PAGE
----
End the Political Games With Public Pensions
There’s a link on New York City Comptroller Scott Stringer’s website to an outline of his office’s Powers and Duties Under New York State Law. The 159-page overview covers an extensive spectrum of legal responsibilities, ranging from arts and cultural affairs to worker compensation. Nowhere does the list reference shareholder activism, directing city environmental policies, or — for that matter — leveraging the $190 billion in pension fund assets his office stewards to pursue a political agenda.
And yet that’s exactly what Mr. Stringer is doing. The professional investment managers of the city’s five public-sector pension funds, their board members, and Stringer himself are all exploiting their positions as custodians of the retirement savings of the city’s workers to promote their own political objectives. Politics seems to pervade every action of the city comptroller’s office, which just last month announced a plan to divest pension holdings from fossil-fuel interests, regardless of the impact on financial performance.
A new report from the American Council for Capital Formation sheds light on how such political machinations have impacted New York’s public pension funds, highlighting the price residents pay for their leaders’ political predilections. Specifically, the report finds that nearly $1 of every $5 of personal income taxes the city collects go to paying down the pension system’s liabilities. Meanwhile, the liabilities continue to grow, with nearly $10 billion from the City’s proposed 2018 budget needed to cover a pension funding shortfall that ranges between $65 billion and $142 billion.
As the person responsible for the management of those funds, one might expect Mr. Stringer to focus on making prudent investments. Fiscal diligence should be the top priority of any comptroller’s office. Instead, Stringer and his staff have continued using public monies as a political tool to pressure social change in corporate boardrooms.
For instance, last year, his office launched the second phase of a project aimed at pressuring public companies on various social issues, including his Boardroom Accountability Project 2.0, which pushes companies to disclose demographics on members, including their sexual orientation. Over the course of 2017, New York City Comptroller’s Office has become one of the nation’s most aggressive sponsors of activist shareholder proposals, submitting close to 100 measures, including a new initiative to divest public funds entirely from fossil fuels by 2020.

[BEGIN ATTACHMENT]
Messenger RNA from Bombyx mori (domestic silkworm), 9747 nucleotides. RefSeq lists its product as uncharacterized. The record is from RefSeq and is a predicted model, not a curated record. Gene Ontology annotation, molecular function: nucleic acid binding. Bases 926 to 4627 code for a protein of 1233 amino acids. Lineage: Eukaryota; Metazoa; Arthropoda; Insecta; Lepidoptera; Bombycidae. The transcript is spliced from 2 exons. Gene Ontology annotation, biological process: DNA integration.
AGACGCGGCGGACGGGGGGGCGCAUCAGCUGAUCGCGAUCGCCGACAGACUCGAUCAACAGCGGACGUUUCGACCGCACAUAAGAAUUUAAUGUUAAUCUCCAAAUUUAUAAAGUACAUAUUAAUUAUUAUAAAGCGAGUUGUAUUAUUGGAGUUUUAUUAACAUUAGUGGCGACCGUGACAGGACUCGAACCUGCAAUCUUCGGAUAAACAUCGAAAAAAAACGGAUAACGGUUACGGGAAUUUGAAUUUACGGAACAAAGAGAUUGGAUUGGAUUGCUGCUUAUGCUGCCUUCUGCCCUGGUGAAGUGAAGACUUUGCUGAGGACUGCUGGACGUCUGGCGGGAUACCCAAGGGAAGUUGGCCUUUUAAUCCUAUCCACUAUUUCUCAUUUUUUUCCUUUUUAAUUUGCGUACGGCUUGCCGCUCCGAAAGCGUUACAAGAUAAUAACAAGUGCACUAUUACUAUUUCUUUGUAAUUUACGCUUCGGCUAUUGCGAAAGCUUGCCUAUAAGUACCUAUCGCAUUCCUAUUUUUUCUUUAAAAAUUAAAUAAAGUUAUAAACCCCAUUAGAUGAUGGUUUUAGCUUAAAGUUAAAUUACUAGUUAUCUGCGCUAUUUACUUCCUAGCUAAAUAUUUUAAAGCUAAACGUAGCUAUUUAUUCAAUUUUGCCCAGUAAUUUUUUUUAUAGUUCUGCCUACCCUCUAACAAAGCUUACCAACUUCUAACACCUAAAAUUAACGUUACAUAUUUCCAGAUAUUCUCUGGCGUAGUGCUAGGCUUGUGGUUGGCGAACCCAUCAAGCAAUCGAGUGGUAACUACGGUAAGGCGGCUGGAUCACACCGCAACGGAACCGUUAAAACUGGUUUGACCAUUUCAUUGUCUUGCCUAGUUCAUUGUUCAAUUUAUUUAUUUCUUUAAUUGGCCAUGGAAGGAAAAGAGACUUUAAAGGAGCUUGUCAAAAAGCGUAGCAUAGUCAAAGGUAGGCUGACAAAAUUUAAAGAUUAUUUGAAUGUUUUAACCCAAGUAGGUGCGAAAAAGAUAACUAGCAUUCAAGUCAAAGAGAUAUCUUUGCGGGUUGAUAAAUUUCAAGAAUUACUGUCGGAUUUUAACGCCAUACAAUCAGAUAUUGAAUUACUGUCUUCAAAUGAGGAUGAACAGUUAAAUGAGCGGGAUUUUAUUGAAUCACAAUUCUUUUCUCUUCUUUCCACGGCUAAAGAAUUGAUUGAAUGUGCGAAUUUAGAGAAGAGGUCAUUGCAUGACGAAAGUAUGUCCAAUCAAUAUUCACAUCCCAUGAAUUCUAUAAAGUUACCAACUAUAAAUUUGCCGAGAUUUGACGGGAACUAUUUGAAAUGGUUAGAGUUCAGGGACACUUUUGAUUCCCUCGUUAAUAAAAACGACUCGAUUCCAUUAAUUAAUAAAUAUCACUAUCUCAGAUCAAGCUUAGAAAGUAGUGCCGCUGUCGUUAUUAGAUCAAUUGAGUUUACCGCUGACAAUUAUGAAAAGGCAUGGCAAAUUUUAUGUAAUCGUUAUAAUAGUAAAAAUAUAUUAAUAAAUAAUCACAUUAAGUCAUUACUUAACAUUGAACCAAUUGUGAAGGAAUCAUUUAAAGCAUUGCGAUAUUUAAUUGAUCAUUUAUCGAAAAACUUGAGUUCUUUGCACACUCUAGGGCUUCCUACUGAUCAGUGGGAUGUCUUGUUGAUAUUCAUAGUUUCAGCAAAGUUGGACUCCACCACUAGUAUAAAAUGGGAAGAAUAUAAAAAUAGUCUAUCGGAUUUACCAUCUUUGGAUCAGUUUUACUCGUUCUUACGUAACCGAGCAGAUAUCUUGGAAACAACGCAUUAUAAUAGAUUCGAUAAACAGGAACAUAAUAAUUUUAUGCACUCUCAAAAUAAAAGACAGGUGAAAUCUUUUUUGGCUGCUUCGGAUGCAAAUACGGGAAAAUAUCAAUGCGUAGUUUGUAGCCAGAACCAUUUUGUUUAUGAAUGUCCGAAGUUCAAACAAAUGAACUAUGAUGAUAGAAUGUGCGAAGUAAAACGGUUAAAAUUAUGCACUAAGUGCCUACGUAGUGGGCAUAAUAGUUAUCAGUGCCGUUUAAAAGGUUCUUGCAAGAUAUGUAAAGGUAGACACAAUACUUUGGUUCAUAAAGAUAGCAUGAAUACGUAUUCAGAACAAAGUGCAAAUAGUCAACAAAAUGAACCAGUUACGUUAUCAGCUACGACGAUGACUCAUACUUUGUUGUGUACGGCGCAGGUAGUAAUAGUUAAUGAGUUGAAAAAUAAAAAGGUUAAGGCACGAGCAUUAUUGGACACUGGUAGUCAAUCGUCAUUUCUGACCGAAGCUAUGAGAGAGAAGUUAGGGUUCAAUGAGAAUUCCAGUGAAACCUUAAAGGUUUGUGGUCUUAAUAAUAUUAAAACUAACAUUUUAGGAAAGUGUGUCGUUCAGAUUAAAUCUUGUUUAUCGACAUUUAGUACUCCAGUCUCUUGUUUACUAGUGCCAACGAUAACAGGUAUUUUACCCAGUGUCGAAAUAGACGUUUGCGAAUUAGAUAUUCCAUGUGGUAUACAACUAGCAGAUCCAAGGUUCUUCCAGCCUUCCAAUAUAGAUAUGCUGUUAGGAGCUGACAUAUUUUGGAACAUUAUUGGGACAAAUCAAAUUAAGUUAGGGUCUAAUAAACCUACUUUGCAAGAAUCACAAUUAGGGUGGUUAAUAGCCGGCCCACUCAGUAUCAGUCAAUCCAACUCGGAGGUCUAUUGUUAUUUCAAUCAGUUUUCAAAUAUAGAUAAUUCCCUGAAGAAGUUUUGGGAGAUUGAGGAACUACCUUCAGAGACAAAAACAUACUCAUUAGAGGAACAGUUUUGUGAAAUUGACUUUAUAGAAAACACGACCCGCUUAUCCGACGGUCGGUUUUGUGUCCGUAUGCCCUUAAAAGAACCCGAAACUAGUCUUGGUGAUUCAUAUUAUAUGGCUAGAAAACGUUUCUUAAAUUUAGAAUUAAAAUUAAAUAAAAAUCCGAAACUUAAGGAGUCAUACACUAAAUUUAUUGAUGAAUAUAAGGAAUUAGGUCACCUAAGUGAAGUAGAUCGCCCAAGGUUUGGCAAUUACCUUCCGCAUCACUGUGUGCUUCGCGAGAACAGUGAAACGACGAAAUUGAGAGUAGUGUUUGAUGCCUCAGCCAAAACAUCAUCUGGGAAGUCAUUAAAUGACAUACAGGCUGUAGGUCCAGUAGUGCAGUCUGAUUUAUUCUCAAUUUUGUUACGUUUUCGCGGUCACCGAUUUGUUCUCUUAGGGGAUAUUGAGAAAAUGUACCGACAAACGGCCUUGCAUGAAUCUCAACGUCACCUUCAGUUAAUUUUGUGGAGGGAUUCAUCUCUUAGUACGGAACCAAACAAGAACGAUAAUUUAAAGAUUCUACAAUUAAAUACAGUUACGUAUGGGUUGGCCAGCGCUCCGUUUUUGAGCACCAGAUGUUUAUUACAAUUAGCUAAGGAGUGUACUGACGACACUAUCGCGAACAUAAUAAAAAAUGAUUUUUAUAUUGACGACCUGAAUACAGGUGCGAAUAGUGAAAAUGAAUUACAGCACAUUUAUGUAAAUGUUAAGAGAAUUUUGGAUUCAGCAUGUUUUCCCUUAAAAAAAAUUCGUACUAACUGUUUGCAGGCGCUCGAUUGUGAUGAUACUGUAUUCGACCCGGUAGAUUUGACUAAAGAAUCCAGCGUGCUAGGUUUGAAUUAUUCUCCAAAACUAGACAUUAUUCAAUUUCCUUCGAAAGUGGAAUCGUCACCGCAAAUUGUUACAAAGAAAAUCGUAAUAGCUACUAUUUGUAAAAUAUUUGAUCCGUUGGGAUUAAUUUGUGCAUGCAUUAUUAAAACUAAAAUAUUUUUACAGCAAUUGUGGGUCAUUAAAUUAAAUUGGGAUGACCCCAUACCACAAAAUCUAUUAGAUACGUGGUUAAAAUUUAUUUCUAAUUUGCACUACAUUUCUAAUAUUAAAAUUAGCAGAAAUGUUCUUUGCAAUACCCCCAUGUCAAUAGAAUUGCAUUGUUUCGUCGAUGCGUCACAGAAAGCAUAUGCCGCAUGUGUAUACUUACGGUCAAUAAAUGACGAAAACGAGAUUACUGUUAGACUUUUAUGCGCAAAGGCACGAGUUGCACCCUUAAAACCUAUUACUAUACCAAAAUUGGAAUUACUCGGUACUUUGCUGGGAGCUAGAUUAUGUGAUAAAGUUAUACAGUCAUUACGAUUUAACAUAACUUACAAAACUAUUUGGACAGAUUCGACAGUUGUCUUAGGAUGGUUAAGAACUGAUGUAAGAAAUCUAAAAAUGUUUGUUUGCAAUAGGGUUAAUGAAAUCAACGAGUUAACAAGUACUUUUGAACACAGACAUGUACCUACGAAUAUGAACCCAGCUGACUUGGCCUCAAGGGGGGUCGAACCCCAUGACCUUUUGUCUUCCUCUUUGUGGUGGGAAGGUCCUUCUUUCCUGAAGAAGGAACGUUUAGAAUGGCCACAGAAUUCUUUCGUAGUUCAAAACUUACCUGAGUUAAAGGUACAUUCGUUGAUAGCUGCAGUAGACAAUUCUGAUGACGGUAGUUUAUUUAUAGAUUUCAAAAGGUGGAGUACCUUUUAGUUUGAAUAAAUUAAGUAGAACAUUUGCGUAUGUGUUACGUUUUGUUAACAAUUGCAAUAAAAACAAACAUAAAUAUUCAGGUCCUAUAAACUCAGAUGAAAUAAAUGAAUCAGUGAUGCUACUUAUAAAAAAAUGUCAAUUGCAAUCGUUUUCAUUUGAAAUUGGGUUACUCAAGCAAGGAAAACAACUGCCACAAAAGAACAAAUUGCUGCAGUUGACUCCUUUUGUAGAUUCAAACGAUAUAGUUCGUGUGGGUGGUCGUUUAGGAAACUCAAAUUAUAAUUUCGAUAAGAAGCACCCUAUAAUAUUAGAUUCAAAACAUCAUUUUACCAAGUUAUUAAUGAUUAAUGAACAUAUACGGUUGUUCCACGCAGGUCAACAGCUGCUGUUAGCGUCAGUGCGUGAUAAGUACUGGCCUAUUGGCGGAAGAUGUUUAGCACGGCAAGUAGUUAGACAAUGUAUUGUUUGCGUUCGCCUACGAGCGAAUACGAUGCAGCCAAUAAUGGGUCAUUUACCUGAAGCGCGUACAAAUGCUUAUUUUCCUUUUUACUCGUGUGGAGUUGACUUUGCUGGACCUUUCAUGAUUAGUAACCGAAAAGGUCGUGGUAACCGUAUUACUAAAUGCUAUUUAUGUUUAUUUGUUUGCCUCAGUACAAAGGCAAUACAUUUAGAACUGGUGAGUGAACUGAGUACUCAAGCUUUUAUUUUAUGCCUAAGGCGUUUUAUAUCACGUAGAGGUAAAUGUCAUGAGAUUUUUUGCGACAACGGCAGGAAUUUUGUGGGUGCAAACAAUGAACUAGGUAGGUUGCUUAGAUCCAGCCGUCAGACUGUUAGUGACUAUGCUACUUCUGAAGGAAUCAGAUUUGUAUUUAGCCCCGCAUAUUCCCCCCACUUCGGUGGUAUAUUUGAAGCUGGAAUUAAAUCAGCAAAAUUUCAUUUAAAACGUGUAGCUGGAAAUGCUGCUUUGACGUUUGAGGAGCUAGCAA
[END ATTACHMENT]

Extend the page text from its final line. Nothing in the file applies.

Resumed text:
The ACCF report uncovers numerous instances of fiduciary irresponsibility. It reveals how fund managers have chosen to systematically increase investments in the Developed Environmental Activist stocks, despite the classes continued underperformance against the rest of the fund. (Those assets now make up 12 percent of the total fund.) And it details how Stringer prioritizes headline-grabbing political appearances ahead of resolving the under-performance of his funds.
Perhaps most concerning point is that a majority of Stringer’s constituents — the teachers, nurses, policemen, and firefighters who dutifully pay into public pension funds every month — remain oblivious to this emerging crisis. Last week, a separate study released by the Spectrum Group revealed that 80 percent of the city’s current and former employees were unaware that their pensions were not fully funded. Two-thirds of all respondents said they wanted their funds’ managers to concentrate on maximizing their returns.
Taken together, these reports make two points abundantly clear. First, there is a very real disconnect between the objectives of the people who own the funds and their professional managers. Second, this disconnect has consequences not just pension fund members, but also for taxpayers across the city. In short, everybody loses — except Stringer and his political supporters.
The city comptroller has a duty to put the financial interests of taxpayers and public employees above his narrow political ambitions. If Mr. Stringer wants to set social policy, he should run for city or state office instead. Until then, he should focus on safeguarding the future of his constituents’ pension funds.
Jeff Patch is an analyst with Capital Policy Analytics.